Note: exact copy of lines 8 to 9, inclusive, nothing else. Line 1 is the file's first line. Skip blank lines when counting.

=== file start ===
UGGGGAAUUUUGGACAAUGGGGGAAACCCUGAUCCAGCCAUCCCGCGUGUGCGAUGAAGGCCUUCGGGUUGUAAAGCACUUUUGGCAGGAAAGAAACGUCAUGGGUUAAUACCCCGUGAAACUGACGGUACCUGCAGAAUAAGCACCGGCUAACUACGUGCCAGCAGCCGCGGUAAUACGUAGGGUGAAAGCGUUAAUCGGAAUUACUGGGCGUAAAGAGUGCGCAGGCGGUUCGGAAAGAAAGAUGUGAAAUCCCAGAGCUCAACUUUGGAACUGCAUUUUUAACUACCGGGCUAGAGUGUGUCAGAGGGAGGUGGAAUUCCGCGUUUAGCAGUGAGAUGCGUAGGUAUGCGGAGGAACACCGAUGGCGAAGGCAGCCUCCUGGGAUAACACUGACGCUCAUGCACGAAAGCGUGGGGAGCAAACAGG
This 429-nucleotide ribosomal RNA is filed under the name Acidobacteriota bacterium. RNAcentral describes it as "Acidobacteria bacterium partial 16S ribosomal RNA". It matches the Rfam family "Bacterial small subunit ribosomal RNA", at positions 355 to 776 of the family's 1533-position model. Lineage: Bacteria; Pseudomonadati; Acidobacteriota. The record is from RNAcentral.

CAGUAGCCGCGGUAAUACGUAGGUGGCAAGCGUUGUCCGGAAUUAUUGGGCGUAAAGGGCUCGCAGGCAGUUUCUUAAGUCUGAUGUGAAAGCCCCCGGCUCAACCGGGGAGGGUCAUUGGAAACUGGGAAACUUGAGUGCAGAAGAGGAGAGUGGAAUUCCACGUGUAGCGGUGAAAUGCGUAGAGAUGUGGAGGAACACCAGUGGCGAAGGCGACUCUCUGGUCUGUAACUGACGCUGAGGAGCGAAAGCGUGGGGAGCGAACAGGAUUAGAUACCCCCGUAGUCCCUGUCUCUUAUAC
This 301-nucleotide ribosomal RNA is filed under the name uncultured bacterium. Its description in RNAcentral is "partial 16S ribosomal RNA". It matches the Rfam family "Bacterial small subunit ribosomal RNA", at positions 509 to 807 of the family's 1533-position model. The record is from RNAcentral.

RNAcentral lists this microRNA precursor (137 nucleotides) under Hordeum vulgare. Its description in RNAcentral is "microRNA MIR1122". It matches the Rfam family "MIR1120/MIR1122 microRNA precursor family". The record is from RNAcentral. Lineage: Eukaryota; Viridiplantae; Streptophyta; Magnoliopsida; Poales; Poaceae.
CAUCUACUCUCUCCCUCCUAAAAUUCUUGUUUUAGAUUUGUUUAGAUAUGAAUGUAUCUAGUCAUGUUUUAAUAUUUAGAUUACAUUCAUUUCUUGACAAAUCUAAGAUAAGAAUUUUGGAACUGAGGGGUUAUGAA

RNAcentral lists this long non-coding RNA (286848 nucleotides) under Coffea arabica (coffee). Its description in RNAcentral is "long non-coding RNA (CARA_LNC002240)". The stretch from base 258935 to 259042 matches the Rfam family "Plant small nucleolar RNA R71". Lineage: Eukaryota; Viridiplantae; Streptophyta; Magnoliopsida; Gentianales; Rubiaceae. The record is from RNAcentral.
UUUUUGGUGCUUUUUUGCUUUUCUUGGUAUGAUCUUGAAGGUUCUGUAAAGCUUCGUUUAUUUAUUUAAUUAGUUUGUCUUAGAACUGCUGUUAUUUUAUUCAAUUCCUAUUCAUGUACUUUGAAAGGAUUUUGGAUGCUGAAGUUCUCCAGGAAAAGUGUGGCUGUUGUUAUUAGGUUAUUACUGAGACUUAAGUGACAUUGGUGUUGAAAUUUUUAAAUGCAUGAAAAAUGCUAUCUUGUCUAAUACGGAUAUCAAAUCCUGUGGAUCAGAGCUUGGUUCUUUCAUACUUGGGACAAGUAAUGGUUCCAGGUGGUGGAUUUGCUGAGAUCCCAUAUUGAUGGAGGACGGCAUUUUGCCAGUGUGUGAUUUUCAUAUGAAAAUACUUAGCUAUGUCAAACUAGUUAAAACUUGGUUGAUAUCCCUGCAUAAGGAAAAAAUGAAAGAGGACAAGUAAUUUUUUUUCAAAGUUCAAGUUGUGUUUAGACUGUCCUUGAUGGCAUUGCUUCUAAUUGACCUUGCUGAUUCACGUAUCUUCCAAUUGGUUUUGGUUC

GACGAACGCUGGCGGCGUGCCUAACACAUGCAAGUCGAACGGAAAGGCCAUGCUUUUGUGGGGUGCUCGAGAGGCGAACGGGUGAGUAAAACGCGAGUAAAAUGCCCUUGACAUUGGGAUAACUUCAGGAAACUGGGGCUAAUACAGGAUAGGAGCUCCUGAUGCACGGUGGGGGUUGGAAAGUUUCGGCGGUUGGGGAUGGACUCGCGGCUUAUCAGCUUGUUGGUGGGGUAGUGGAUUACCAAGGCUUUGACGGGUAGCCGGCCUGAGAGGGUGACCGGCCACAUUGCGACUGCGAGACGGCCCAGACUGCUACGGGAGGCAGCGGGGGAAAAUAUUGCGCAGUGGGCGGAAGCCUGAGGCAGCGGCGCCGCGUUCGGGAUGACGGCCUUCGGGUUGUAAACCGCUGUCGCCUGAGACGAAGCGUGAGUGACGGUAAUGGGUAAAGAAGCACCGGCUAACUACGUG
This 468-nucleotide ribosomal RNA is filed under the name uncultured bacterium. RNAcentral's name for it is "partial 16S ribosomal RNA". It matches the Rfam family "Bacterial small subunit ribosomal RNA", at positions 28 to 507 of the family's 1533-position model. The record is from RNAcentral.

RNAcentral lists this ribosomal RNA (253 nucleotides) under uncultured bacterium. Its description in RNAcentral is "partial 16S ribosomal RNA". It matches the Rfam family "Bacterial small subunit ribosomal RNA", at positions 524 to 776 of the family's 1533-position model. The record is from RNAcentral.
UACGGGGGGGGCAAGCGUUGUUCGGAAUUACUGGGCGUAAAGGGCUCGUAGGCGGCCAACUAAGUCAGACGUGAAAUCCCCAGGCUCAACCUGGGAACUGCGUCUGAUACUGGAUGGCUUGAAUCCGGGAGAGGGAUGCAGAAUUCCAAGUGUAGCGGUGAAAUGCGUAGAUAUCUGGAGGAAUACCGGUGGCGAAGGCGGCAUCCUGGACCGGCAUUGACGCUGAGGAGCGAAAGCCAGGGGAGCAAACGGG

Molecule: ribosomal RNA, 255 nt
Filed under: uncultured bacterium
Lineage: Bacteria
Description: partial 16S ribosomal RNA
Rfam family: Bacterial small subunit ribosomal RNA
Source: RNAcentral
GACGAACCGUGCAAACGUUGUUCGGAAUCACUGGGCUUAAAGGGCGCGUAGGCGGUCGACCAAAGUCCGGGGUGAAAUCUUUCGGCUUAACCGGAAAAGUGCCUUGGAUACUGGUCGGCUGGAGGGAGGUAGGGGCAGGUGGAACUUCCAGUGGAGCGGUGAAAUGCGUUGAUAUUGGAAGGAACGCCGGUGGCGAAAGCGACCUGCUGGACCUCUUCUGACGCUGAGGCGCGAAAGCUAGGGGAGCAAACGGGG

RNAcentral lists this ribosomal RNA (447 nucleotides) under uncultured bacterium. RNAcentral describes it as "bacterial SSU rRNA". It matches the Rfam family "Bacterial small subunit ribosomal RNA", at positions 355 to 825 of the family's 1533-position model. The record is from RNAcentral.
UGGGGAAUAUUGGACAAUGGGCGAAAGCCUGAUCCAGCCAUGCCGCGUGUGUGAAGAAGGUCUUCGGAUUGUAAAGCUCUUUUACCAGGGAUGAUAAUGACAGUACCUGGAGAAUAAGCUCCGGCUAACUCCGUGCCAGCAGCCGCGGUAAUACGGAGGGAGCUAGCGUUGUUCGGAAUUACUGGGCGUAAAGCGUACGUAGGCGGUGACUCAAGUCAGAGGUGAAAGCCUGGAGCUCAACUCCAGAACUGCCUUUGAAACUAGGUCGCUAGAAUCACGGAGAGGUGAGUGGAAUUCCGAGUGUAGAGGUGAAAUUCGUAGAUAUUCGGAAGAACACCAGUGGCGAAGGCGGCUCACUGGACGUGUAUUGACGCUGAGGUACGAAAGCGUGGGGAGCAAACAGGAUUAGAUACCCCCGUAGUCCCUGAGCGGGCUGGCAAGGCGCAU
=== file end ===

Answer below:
UUUUUGGUGCUUUUUUGCUUUUCUUGGUAUGAUCUUGAAGGUUCUGUAAAGCUUCGUUUAUUUAUUUAAUUAGUUUGUCUUAGAACUGCUGUUAUUUUAUUCAAUUCCUAUUCAUGUACUUUGAAAGGAUUUUGGAUGCUGAAGUUCUCCAGGAAAAGUGUGGCUGUUGUUAUUAGGUUAUUACUGAGACUUAAGUGACAUUGGUGUUGAAAUUUUUAAAUGCAUGAAAAAUGCUAUCUUGUCUAAUACGGAUAUCAAAUCCUGUGGAUCAGAGCUUGGUUCUUUCAUACUUGGGACAAGUAAUGGUUCCAGGUGGUGGAUUUGCUGAGAUCCCAUAUUGAUGGAGGACGGCAUUUUGCCAGUGUGUGAUUUUCAUAUGAAAAUACUUAGCUAUGUCAAACUAGUUAAAACUUGGUUGAUAUCCCUGCAUAAGGAAAAAAUGAAAGAGGACAAGUAAUUUUUUUUCAAAGUUCAAGUUGUGUUUAGACUGUCCUUGAUGGCAUUGCUUCUAAUUGACCUUGCUGAUUCACGUAUCUUCCAAUUGGUUUUGGUUC

GACGAACGCUGGCGGCGUGCCUAACACAUGCAAGUCGAACGGAAAGGCCAUGCUUUUGUGGGGUGCUCGAGAGGCGAACGGGUGAGUAAAACGCGAGUAAAAUGCCCUUGACAUUGGGAUAACUUCAGGAAACUGGGGCUAAUACAGGAUAGGAGCUCCUGAUGCACGGUGGGGGUUGGAAAGUUUCGGCGGUUGGGGAUGGACUCGCGGCUUAUCAGCUUGUUGGUGGGGUAGUGGAUUACCAAGGCUUUGACGGGUAGCCGGCCUGAGAGGGUGACCGGCCACAUUGCGACUGCGAGACGGCCCAGACUGCUACGGGAGGCAGCGGGGGAAAAUAUUGCGCAGUGGGCGGAAGCCUGAGGCAGCGGCGCCGCGUUCGGGAUGACGGCCUUCGGGUUGUAAACCGCUGUCGCCUGAGACGAAGCGUGAGUGACGGUAAUGGGUAAAGAAGCACCGGCUAACUACGUG